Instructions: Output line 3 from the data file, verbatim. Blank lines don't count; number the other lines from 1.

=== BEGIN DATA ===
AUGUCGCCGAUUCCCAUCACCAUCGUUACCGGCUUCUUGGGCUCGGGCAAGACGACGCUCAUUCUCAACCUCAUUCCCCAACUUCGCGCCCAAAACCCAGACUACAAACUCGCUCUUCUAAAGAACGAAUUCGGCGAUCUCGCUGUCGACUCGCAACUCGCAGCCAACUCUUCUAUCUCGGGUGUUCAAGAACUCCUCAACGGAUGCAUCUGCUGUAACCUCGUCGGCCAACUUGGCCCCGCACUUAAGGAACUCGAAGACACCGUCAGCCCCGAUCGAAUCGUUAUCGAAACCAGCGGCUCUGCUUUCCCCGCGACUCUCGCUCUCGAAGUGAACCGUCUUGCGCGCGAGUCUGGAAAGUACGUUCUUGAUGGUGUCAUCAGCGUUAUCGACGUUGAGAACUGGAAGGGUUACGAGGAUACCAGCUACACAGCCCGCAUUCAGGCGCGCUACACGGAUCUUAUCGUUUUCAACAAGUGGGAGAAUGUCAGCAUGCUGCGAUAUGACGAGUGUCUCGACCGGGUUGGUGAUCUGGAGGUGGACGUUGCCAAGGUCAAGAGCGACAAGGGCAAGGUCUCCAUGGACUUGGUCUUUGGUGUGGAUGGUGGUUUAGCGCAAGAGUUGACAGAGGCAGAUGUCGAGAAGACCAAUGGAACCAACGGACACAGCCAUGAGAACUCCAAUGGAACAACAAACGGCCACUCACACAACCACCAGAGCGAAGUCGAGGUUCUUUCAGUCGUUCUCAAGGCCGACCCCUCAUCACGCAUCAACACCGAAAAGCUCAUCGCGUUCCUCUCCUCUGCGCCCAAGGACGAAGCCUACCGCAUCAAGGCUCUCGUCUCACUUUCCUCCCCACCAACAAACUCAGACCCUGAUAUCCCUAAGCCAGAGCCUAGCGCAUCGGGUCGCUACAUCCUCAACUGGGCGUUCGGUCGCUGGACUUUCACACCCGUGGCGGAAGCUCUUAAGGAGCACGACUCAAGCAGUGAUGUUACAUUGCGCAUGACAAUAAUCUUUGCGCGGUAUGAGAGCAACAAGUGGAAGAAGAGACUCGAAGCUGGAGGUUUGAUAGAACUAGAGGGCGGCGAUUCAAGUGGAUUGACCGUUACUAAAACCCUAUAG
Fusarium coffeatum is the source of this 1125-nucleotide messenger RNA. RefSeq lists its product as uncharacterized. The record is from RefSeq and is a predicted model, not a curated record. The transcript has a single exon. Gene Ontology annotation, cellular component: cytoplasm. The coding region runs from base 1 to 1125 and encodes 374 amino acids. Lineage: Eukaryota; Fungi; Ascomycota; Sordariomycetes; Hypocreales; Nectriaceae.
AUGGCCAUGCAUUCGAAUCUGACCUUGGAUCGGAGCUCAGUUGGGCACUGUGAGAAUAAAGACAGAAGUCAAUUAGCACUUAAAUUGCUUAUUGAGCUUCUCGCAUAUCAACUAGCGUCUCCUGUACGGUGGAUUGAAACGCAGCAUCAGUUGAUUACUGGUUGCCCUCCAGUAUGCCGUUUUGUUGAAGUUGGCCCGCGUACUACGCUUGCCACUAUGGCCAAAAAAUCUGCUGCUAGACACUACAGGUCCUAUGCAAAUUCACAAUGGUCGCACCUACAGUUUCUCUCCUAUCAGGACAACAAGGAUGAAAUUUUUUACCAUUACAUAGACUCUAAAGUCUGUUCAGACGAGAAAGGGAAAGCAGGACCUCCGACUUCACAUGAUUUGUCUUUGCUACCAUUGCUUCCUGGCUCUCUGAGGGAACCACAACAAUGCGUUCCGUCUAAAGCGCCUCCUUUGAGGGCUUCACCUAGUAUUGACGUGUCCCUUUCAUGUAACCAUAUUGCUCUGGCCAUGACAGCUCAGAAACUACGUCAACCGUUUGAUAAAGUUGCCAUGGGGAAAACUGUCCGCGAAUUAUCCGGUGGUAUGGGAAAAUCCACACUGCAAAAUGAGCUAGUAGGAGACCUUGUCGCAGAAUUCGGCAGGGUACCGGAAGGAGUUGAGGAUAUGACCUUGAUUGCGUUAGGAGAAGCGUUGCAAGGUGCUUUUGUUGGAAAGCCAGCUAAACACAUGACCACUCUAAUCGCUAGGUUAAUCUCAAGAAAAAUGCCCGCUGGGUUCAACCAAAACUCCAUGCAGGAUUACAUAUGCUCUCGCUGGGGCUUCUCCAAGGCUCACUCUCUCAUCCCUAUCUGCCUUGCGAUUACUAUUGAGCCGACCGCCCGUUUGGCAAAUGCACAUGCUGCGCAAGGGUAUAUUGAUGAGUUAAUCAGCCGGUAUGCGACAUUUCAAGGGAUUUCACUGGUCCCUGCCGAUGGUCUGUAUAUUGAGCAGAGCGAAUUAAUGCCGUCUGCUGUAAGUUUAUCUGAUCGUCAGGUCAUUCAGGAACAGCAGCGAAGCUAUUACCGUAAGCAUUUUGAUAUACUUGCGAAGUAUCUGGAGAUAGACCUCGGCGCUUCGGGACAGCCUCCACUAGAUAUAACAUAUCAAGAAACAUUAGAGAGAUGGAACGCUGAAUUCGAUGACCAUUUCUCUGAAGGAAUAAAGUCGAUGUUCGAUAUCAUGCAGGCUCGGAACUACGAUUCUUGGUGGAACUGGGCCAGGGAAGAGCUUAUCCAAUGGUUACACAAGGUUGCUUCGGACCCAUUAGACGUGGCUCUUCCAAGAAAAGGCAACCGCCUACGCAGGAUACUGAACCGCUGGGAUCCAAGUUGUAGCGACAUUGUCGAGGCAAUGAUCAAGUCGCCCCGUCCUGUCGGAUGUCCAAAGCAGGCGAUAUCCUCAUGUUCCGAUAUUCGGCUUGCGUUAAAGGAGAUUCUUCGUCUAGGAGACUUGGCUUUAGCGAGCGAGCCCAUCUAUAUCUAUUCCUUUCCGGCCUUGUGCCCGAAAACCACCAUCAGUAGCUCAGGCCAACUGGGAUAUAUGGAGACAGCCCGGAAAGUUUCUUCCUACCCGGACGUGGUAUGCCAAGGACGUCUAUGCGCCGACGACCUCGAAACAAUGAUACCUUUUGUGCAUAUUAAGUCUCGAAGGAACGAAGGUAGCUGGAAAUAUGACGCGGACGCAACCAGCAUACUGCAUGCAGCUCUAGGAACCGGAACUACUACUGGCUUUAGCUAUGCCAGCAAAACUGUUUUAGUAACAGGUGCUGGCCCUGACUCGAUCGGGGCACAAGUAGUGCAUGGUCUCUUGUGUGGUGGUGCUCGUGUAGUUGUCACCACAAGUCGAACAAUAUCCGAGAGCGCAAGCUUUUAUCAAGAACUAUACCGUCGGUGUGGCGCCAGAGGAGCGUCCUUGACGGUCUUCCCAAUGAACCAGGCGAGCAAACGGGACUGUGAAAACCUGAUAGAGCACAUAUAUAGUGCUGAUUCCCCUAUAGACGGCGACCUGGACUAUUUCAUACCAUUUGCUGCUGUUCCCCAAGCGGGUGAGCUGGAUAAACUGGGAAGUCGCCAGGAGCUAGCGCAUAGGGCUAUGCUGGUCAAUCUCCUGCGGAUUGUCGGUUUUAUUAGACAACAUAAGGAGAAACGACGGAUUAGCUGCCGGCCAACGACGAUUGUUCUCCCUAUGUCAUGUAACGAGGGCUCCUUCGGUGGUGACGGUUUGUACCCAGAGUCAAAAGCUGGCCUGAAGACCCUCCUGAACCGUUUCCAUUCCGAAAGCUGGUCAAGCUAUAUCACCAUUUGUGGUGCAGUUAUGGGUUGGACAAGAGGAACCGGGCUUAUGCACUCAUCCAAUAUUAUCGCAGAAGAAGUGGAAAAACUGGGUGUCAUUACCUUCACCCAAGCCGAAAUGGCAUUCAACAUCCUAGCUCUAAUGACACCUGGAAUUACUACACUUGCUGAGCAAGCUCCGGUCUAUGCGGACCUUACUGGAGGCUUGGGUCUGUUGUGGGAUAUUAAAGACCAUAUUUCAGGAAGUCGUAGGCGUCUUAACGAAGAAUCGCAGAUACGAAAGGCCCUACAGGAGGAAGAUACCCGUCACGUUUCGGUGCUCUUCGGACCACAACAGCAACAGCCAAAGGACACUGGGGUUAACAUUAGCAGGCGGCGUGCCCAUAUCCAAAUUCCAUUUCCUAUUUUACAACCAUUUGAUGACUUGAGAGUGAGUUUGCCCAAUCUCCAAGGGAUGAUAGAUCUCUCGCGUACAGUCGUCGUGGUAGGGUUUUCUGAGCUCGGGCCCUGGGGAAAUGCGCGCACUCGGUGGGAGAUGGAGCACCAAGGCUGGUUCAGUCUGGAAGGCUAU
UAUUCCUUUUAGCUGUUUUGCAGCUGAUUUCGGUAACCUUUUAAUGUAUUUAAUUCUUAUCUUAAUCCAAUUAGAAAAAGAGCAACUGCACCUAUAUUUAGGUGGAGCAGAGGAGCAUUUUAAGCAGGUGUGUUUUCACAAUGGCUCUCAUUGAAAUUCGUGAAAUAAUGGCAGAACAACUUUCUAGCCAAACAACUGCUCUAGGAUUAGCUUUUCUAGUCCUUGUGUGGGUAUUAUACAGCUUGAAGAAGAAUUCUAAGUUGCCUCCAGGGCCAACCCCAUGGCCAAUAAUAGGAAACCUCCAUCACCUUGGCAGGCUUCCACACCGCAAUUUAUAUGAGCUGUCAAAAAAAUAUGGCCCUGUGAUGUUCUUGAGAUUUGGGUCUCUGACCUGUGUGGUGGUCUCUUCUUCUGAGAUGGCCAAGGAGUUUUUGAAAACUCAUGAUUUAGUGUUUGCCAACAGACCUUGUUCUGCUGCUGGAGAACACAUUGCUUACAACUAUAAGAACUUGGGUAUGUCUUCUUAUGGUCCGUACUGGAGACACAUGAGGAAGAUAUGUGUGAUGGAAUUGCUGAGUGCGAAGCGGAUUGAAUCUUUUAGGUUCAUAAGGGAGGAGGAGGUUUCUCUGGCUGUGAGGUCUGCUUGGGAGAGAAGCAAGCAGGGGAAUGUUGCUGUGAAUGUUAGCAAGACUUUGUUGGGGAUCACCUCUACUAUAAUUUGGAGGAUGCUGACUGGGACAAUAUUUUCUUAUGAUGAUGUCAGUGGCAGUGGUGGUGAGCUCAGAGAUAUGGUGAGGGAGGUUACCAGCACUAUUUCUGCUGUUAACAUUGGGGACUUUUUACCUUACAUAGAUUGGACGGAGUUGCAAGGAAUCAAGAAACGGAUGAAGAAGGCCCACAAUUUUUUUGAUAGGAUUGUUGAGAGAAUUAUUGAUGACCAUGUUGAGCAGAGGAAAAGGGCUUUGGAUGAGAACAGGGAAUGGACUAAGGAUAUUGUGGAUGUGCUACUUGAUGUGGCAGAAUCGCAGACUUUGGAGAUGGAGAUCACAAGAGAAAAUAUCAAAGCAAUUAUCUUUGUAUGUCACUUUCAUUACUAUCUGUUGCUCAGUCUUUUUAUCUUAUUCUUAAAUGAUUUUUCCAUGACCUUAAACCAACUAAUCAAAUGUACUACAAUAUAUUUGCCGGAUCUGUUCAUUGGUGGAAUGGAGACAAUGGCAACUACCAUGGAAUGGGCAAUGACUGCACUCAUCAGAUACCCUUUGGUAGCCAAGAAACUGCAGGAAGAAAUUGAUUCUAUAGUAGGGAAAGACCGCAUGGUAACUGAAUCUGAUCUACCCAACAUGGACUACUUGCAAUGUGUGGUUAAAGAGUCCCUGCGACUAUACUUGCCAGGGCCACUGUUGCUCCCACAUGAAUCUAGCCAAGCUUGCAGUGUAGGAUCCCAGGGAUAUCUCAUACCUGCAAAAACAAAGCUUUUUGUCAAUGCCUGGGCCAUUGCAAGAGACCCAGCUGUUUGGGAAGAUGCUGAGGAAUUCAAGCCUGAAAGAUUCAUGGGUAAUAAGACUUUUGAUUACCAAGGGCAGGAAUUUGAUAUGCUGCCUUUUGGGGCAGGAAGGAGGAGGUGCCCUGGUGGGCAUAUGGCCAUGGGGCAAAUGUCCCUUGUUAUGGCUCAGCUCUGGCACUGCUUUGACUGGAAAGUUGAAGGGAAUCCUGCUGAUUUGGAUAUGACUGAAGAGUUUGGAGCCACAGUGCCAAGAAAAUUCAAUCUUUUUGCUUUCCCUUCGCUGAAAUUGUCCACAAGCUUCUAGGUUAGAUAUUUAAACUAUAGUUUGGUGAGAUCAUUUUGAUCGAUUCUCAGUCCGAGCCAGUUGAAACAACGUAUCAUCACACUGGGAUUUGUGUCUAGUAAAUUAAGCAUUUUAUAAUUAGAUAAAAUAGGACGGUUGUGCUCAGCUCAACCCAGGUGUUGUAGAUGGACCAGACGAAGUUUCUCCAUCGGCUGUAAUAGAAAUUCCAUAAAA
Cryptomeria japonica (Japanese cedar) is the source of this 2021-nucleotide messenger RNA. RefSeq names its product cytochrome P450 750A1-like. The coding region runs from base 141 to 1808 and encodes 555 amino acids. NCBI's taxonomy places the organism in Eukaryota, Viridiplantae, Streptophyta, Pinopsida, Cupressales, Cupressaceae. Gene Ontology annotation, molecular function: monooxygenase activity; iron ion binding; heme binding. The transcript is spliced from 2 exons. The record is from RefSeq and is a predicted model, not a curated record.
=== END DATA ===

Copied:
AUGGCCAUGCAUUCGAAUCUGACCUUGGAUCGGAGCUCAGUUGGGCACUGUGAGAAUAAAGACAGAAGUCAAUUAGCACUUAAAUUGCUUAUUGAGCUUCUCGCAUAUCAACUAGCGUCUCCUGUACGGUGGAUUGAAACGCAGCAUCAGUUGAUUACUGGUUGCCCUCCAGUAUGCCGUUUUGUUGAAGUUGGCCCGCGUACUACGCUUGCCACUAUGGCCAAAAAAUCUGCUGCUAGACACUACAGGUCCUAUGCAAAUUCACAAUGGUCGCACCUACAGUUUCUCUCCUAUCAGGACAACAAGGAUGAAAUUUUUUACCAUUACAUAGACUCUAAAGUCUGUUCAGACGAGAAAGGGAAAGCAGGACCUCCGACUUCACAUGAUUUGUCUUUGCUACCAUUGCUUCCUGGCUCUCUGAGGGAACCACAACAAUGCGUUCCGUCUAAAGCGCCUCCUUUGAGGGCUUCACCUAGUAUUGACGUGUCCCUUUCAUGUAACCAUAUUGCUCUGGCCAUGACAGCUCAGAAACUACGUCAACCGUUUGAUAAAGUUGCCAUGGGGAAAACUGUCCGCGAAUUAUCCGGUGGUAUGGGAAAAUCCACACUGCAAAAUGAGCUAGUAGGAGACCUUGUCGCAGAAUUCGGCAGGGUACCGGAAGGAGUUGAGGAUAUGACCUUGAUUGCGUUAGGAGAAGCGUUGCAAGGUGCUUUUGUUGGAAAGCCAGCUAAACACAUGACCACUCUAAUCGCUAGGUUAAUCUCAAGAAAAAUGCCCGCUGGGUUCAACCAAAACUCCAUGCAGGAUUACAUAUGCUCUCGCUGGGGCUUCUCCAAGGCUCACUCUCUCAUCCCUAUCUGCCUUGCGAUUACUAUUGAGCCGACCGCCCGUUUGGCAAAUGCACAUGCUGCGCAAGGGUAUAUUGAUGAGUUAAUCAGCCGGUAUGCGACAUUUCAAGGGAUUUCACUGGUCCCUGCCGAUGGUCUGUAUAUUGAGCAGAGCGAAUUAAUGCCGUCUGCUGUAAGUUUAUCUGAUCGUCAGGUCAUUCAGGAACAGCAGCGAAGCUAUUACCGUAAGCAUUUUGAUAUACUUGCGAAGUAUCUGGAGAUAGACCUCGGCGCUUCGGGACAGCCUCCACUAGAUAUAACAUAUCAAGAAACAUUAGAGAGAUGGAACGCUGAAUUCGAUGACCAUUUCUCUGAAGGAAUAAAGUCGAUGUUCGAUAUCAUGCAGGCUCGGAACUACGAUUCUUGGUGGAACUGGGCCAGGGAAGAGCUUAUCCAAUGGUUACACAAGGUUGCUUCGGACCCAUUAGACGUGGCUCUUCCAAGAAAAGGCAACCGCCUACGCAGGAUACUGAACCGCUGGGAUCCAAGUUGUAGCGACAUUGUCGAGGCAAUGAUCAAGUCGCCCCGUCCUGUCGGAUGUCCAAAGCAGGCGAUAUCCUCAUGUUCCGAUAUUCGGCUUGCGUUAAAGGAGAUUCUUCGUCUAGGAGACUUGGCUUUAGCGAGCGAGCCCAUCUAUAUCUAUUCCUUUCCGGCCUUGUGCCCGAAAACCACCAUCAGUAGCUCAGGCCAACUGGGAUAUAUGGAGACAGCCCGGAAAGUUUCUUCCUACCCGGACGUGGUAUGCCAAGGACGUCUAUGCGCCGACGACCUCGAAACAAUGAUACCUUUUGUGCAUAUUAAGUCUCGAAGGAACGAAGGUAGCUGGAAAUAUGACGCGGACGCAACCAGCAUACUGCAUGCAGCUCUAGGAACCGGAACUACUACUGGCUUUAGCUAUGCCAGCAAAACUGUUUUAGUAACAGGUGCUGGCCCUGACUCGAUCGGGGCACAAGUAGUGCAUGGUCUCUUGUGUGGUGGUGCUCGUGUAGUUGUCACCACAAGUCGAACAAUAUCCGAGAGCGCAAGCUUUUAUCAAGAACUAUACCGUCGGUGUGGCGCCAGAGGAGCGUCCUUGACGGUCUUCCCAAUGAACCAGGCGAGCAAACGGGACUGUGAAAACCUGAUAGAGCACAUAUAUAGUGCUGAUUCCCCUAUAGACGGCGACCUGGACUAUUUCAUACCAUUUGCUGCUGUUCCCCAAGCGGGUGAGCUGGAUAAACUGGGAAGUCGCCAGGAGCUAGCGCAUAGGGCUAUGCUGGUCAAUCUCCUGCGGAUUGUCGGUUUUAUUAGACAACAUAAGGAGAAACGACGGAUUAGCUGCCGGCCAACGACGAUUGUUCUCCCUAUGUCAUGUAACGAGGGCUCCUUCGGUGGUGACGGUUUGUACCCAGAGUCAAAAGCUGGCCUGAAGACCCUCCUGAACCGUUUCCAUUCCGAAAGCUGGUCAAGCUAUAUCACCAUUUGUGGUGCAGUUAUGGGUUGGACAAGAGGAACCGGGCUUAUGCACUCAUCCAAUAUUAUCGCAGAAGAAGUGGAAAAACUGGGUGUCAUUACCUUCACCCAAGCCGAAAUGGCAUUCAACAUCCUAGCUCUAAUGACACCUGGAAUUACUACACUUGCUGAGCAAGCUCCGGUCUAUGCGGACCUUACUGGAGGCUUGGGUCUGUUGUGGGAUAUUAAAGACCAUAUUUCAGGAAGUCGUAGGCGUCUUAACGAAGAAUCGCAGAUACGAAAGGCCCUACAGGAGGAAGAUACCCGUCACGUUUCGGUGCUCUUCGGACCACAACAGCAACAGCCAAAGGACACUGGGGUUAACAUUAGCAGGCGGCGUGCCCAUAUCCAAAUUCCAUUUCCUAUUUUACAACCAUUUGAUGACUUGAGAGUGAGUUUGCCCAAUCUCCAAGGGAUGAUAGAUCUCUCGCGUACAGUCGUCGUGGUAGGGUUUUCUGAGCUCGGGCCCUGGGGAAAUGCGCGCACUCGGUGGGAGAUGGAGCACCAAGGCUGGUUCAGUCUGGAAGGCUAU